Last evening I received the following email from Winter Park Mayor Steve Leary and share it here.
Regards, Pete Weldon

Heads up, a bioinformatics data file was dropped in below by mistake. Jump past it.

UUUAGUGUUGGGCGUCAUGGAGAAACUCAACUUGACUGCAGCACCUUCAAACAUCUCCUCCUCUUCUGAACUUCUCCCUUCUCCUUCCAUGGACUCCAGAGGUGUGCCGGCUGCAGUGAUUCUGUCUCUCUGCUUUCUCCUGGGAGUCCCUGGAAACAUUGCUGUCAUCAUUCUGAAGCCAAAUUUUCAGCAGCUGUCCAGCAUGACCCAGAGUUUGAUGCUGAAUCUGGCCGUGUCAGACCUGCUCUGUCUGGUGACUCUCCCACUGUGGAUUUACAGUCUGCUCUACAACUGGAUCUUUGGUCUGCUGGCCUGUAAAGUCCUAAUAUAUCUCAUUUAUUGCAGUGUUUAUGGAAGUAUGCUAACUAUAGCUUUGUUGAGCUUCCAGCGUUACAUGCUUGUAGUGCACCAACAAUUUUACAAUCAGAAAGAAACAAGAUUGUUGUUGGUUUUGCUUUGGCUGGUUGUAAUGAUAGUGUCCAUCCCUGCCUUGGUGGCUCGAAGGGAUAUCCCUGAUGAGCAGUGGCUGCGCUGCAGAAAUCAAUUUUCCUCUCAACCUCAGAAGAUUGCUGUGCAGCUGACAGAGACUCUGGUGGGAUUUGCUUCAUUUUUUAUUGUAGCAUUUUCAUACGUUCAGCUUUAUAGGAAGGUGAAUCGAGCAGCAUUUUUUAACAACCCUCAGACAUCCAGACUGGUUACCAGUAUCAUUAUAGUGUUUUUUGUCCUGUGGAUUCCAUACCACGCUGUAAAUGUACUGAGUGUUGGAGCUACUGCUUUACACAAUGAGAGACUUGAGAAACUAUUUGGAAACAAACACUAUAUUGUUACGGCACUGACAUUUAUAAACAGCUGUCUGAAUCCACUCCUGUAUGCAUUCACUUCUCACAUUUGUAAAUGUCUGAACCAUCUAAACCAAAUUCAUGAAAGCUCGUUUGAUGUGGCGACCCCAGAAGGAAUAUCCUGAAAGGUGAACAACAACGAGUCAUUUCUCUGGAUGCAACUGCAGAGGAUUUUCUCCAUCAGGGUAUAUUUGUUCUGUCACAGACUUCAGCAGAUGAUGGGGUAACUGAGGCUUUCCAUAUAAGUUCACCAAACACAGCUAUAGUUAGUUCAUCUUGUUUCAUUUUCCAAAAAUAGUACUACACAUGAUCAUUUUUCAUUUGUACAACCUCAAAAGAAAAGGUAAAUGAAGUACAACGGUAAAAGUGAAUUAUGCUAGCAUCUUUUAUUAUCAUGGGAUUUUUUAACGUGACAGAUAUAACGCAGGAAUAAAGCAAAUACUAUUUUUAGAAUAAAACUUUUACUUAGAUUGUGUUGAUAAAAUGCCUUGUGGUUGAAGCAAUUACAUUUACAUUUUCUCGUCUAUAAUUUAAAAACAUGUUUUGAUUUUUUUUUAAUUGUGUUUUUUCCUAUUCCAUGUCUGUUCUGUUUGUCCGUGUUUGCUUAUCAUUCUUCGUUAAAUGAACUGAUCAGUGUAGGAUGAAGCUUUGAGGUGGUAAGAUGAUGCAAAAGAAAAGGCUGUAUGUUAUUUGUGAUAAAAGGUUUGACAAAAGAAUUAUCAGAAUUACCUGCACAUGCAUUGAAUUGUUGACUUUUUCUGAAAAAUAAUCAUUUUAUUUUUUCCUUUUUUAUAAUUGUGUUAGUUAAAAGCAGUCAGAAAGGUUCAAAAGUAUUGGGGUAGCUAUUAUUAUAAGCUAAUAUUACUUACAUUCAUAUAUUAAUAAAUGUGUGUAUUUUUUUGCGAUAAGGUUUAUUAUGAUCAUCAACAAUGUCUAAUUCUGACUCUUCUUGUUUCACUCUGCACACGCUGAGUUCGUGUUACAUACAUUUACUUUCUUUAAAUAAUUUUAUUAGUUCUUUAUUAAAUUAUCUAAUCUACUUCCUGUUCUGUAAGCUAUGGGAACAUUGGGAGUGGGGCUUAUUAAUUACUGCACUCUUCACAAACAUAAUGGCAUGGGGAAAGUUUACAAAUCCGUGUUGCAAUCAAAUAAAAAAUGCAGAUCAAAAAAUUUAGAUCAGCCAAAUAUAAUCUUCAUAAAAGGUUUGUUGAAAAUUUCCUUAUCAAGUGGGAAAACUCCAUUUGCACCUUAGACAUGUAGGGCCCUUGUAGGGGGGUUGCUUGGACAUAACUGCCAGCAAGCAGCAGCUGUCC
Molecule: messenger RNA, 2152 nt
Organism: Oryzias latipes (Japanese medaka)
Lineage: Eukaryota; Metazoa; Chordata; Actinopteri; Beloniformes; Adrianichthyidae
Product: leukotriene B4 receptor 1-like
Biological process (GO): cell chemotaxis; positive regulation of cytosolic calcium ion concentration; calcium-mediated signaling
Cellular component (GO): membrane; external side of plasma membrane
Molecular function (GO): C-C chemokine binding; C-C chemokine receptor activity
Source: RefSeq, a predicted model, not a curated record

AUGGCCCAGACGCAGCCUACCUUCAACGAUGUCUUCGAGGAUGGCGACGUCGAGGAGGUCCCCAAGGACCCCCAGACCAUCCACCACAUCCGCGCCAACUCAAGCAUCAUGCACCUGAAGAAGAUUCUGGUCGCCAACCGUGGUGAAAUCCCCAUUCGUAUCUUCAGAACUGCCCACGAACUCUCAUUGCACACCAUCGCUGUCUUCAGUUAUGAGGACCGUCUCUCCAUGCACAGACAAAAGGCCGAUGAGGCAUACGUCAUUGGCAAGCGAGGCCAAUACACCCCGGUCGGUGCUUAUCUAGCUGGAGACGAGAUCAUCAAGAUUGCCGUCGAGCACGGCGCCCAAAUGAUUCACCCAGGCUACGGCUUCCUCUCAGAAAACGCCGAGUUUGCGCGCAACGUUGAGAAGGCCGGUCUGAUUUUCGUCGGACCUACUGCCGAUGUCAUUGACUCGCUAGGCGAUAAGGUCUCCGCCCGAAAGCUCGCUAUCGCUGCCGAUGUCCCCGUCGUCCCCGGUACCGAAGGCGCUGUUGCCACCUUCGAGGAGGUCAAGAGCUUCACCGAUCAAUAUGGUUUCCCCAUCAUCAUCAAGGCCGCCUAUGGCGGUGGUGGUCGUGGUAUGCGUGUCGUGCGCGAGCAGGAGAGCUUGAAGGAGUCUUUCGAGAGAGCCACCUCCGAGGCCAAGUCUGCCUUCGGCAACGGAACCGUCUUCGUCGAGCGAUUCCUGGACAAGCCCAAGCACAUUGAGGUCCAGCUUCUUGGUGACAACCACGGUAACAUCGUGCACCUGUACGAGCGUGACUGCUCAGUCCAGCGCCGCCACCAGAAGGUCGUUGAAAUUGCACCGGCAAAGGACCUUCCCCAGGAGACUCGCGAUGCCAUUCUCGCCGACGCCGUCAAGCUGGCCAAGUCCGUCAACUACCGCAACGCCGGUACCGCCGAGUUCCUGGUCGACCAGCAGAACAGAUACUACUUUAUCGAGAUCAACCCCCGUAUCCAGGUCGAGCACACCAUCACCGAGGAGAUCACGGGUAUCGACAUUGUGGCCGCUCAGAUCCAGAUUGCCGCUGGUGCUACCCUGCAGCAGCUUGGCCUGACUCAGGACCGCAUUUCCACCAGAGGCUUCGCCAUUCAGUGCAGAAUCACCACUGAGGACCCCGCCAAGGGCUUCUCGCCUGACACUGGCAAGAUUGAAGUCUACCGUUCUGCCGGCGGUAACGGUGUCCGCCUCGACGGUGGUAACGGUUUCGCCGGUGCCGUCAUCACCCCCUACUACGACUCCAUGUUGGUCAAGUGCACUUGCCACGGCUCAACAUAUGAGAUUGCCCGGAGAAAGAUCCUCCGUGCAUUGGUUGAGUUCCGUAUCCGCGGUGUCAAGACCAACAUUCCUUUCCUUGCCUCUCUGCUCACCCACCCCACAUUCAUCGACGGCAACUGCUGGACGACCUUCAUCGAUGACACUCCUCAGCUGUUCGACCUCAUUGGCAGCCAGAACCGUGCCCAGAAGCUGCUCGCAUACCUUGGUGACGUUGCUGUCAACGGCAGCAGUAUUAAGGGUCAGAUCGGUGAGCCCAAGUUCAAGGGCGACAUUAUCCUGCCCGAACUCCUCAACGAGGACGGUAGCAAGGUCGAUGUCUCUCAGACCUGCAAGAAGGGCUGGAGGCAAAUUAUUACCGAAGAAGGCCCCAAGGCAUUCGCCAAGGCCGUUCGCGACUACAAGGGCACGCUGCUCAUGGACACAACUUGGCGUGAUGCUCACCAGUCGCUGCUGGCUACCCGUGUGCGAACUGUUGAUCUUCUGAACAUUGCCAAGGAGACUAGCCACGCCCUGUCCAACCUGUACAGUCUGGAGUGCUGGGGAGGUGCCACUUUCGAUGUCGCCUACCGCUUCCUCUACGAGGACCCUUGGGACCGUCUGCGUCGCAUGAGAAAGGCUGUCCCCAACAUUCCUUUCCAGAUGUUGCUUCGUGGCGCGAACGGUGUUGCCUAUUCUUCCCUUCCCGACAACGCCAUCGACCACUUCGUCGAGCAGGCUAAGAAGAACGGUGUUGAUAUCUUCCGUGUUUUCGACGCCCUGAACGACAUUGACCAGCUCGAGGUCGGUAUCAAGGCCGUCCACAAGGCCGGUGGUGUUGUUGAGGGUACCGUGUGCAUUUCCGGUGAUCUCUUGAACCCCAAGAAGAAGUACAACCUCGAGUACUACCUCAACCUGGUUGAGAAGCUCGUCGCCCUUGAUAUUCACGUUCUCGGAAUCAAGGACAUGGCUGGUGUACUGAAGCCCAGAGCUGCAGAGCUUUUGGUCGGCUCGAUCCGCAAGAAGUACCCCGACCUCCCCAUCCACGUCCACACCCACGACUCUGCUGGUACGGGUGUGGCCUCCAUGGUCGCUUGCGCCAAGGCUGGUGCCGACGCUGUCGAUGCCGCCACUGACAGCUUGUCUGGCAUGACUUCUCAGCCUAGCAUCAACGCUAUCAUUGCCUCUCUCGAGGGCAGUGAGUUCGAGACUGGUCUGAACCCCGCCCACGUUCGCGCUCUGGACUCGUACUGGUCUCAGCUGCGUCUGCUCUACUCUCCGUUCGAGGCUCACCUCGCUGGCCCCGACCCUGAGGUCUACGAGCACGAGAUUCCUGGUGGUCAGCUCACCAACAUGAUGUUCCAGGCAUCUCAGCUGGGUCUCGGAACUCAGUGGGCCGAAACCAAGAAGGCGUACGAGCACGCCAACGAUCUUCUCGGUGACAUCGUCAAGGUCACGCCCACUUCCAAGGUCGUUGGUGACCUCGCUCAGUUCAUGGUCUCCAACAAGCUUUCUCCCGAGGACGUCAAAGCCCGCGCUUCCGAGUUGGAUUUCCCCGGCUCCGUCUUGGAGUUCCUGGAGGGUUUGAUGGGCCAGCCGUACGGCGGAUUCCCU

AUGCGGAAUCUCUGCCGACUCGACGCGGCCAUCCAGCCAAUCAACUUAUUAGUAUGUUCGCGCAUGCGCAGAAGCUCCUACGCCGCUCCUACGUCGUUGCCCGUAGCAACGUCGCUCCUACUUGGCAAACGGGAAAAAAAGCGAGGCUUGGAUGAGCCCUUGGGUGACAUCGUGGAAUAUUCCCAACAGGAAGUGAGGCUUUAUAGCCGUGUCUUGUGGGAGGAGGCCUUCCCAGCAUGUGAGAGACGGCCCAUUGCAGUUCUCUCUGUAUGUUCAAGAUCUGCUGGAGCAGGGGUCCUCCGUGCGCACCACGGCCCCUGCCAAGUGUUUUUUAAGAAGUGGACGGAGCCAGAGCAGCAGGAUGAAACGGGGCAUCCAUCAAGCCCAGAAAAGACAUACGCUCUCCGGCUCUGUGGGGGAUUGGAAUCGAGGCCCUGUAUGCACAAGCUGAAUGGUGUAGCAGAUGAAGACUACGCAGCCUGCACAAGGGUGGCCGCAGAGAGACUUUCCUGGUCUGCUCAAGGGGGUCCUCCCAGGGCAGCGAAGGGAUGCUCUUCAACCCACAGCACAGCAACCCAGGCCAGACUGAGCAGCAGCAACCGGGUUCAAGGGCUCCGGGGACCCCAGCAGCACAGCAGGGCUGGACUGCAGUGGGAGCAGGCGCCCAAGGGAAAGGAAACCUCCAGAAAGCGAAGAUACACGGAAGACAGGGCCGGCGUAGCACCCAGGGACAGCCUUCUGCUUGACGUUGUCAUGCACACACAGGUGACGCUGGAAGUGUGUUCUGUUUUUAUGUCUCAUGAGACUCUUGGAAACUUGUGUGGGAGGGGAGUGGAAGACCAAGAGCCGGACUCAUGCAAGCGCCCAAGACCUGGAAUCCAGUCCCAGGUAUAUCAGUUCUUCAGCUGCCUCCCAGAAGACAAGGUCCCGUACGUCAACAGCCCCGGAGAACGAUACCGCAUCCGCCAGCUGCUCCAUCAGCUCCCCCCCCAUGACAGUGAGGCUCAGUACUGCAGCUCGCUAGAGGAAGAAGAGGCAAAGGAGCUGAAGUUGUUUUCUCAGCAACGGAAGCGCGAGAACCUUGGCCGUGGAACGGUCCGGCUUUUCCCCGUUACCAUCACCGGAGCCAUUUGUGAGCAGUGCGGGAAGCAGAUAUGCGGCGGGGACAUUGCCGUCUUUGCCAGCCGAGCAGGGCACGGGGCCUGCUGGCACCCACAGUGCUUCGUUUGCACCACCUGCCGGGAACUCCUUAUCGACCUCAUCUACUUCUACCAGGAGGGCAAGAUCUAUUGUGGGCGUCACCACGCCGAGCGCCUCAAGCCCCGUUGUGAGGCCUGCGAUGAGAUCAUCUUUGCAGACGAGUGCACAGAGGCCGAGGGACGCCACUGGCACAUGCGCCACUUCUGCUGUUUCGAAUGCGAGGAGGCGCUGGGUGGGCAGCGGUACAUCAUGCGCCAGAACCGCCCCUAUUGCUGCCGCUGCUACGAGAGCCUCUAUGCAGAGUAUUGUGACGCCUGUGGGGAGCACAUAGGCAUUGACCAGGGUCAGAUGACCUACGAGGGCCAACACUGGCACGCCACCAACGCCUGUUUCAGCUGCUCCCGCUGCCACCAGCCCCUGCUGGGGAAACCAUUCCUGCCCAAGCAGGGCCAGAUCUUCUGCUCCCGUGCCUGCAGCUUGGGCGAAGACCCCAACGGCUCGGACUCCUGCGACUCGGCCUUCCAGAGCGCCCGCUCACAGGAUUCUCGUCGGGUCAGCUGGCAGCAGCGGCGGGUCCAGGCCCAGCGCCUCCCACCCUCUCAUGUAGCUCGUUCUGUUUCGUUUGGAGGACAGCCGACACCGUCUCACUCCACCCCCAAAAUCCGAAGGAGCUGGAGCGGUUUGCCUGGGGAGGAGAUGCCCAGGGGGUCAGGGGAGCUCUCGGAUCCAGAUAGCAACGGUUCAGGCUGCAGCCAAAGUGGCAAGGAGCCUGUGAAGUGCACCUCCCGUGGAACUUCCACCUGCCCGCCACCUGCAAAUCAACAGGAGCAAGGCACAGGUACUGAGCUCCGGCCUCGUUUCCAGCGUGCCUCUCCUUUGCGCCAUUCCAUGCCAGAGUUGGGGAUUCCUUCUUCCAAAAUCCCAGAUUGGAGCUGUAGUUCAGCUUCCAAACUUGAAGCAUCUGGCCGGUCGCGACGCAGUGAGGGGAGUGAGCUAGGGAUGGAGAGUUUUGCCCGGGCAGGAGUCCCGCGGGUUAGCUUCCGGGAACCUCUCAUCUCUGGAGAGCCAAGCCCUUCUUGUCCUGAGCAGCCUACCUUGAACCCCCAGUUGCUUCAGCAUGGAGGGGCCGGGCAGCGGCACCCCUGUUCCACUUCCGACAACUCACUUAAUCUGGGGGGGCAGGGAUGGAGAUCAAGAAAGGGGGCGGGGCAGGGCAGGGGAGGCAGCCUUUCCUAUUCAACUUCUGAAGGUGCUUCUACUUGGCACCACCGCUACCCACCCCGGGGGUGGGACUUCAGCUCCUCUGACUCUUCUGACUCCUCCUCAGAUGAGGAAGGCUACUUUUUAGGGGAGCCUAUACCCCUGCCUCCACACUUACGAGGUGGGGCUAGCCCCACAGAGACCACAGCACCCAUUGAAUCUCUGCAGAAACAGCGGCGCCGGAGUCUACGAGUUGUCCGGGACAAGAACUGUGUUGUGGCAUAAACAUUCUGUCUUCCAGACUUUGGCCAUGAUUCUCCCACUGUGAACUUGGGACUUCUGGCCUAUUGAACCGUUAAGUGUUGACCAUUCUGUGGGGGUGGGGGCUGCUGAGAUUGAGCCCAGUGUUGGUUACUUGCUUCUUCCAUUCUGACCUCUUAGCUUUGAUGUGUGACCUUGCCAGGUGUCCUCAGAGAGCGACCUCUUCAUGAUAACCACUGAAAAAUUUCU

Peter, I received your email “Commission Increases Taxes 11.5%,” and other questions from concerned stakeholders since the City Commission voted to increase the Tentative Millage Rate during our most recent meeting. I offer the following for clarification: Did the City Commission vote for an increased Millage Rate (Tax Rate?): Yes. By a vote of 4-1 (I was the lone dissenting vote), the City Commissioners voted to increase the operating millage, or tax rate. I have heard some claim that the commissioners did not vote to raise taxes. During the regular City Commission meeting of July 22nd, the first vote to set the Millage Rate for Fiscal Year 2020-2021 was taken and by a 4-1 vote a 11.48% increase was moved, which will be advertised on the TRIM (Truth-in-Millage) notice that property owners will be receiving shortly. Unless there is a vote to undo this increase, property-owners will be paying higher taxes this coming fiscal year. From my perspective the most troubling aspect of the vote to increase our millage rate, was that as we look at declining revenues, we should first look toward reducing expenses. Yet during our July 22nd discussion on the Millage Rate I cannot recall a single question or recommendation on cutting expenses. Once staff presentations ceased, Commissioner Sullivan proposed a tax increase which Commissioners Weaver, DeCiccio and Cooper supported. Why did I make a motion to maintain the same Millage Rate that we have had for the past 13 years?: City Staff has been working on this budget for the past few months. They are the experts. Collectively they have hundreds of years of budget planning and city operational experience. Although we anticipate a budget reduction of -2.3% versus our current fiscal year ($59.4 million vs $60.8 million), staff presented a balanced budget with no decrease in services, to the Commission on July 22nd. The proposed $59.4 million budget is actually +3.15% GREATER than our 2018-2019 budget. Yet during 2018-2019 fiscal year city staff operated the City efficiently, providing exceptional levels of service AND put money into our General Fund Reserve. If we were able to manage to a $57.6 million budget then, we should be able to manage to the same or slightly increased budget just two years later. Mayor Bradley set a goal of a 30% General Fund Reserve since he inherited a reserve in the single digits during his term. The City and citizens came together and tightened our belts. We reduced spending and worked diligently to build our reserve since then without sacrificing city services and without ever raising taxes. By year’s end we will have reached our 30% goal with +/- $17 million in reserves. This is commonly referred to as our “rainy-day” fund. What about the “frozen” spots?: We have frozen 15 city staff positions. On an annual basis, on average, we have at least 15 spots unfilled. So there is no expected impact on city services and suggesting so is a fear-based backward rationale for increasing your taxes. The WPPD Chief did not ask for an exception to the hiring freeze fearing for the safety of our city. The deficit in police positions is caused mostly by employee turnover and will not be addressed by raising your taxes. What if we encounter another weather event in Winter Park?: 2004 was an exceptionally challenging hurricane season across Florida. Clean up from the storms in Winter Park was expensive. Yet even with single digit reserves, and without raising taxes, we were able to “weather the storm.” We accessed funds to meet our need and most of the expense from storm clean-up was reimbursed by FEMA funds. If 2020-2021 revenues are off budget by $3 million AND we need to fund hurricane relief efforts to the tune of $3 million (approximately +3x what we spend annually on hurricane relief), we have the wherewithal to allocate $6 million in reserves, STILL have $11 million in our General Fund Reserve AND can expect FEMA reimbursement for the weather related expense. Through sound policy and planning of past commissions and efficient management by city staff, we also have the ability to access millions of dollars from our Water & Wastewater Utility, Winter Park Electric Utility and our CRA. The experts have recommended a 0% tax increase to meet our needs AND we have historically healthy reserves. We do not need to raise taxes and should not be creating unrest by even proposing a tax increase. What else can we do?: We should be looking for ways to assist our families and businesses to help them through this time. We should be encouraging and supporting the private market to invest and create jobs. This is not the time for tax increases, moratoriums or pet projects that detract from our responsibility to our constituents. The global pandemic, civil unrest and resulting economic challenges we are facing certainly qualify this as a national “rainy-day.” Winter Park is well positioned to weather this storm thanks to prior responsible leadership. Now is not the time to increase taxes, but rather it is a time to set an example of responsible fiscal management and concern for residents and businesses. I am hopeful that my fellow commission members will recognize the error of their ways and reverse their vote to increase our taxes. Steve Steven Leary Mayor, City of Winter Park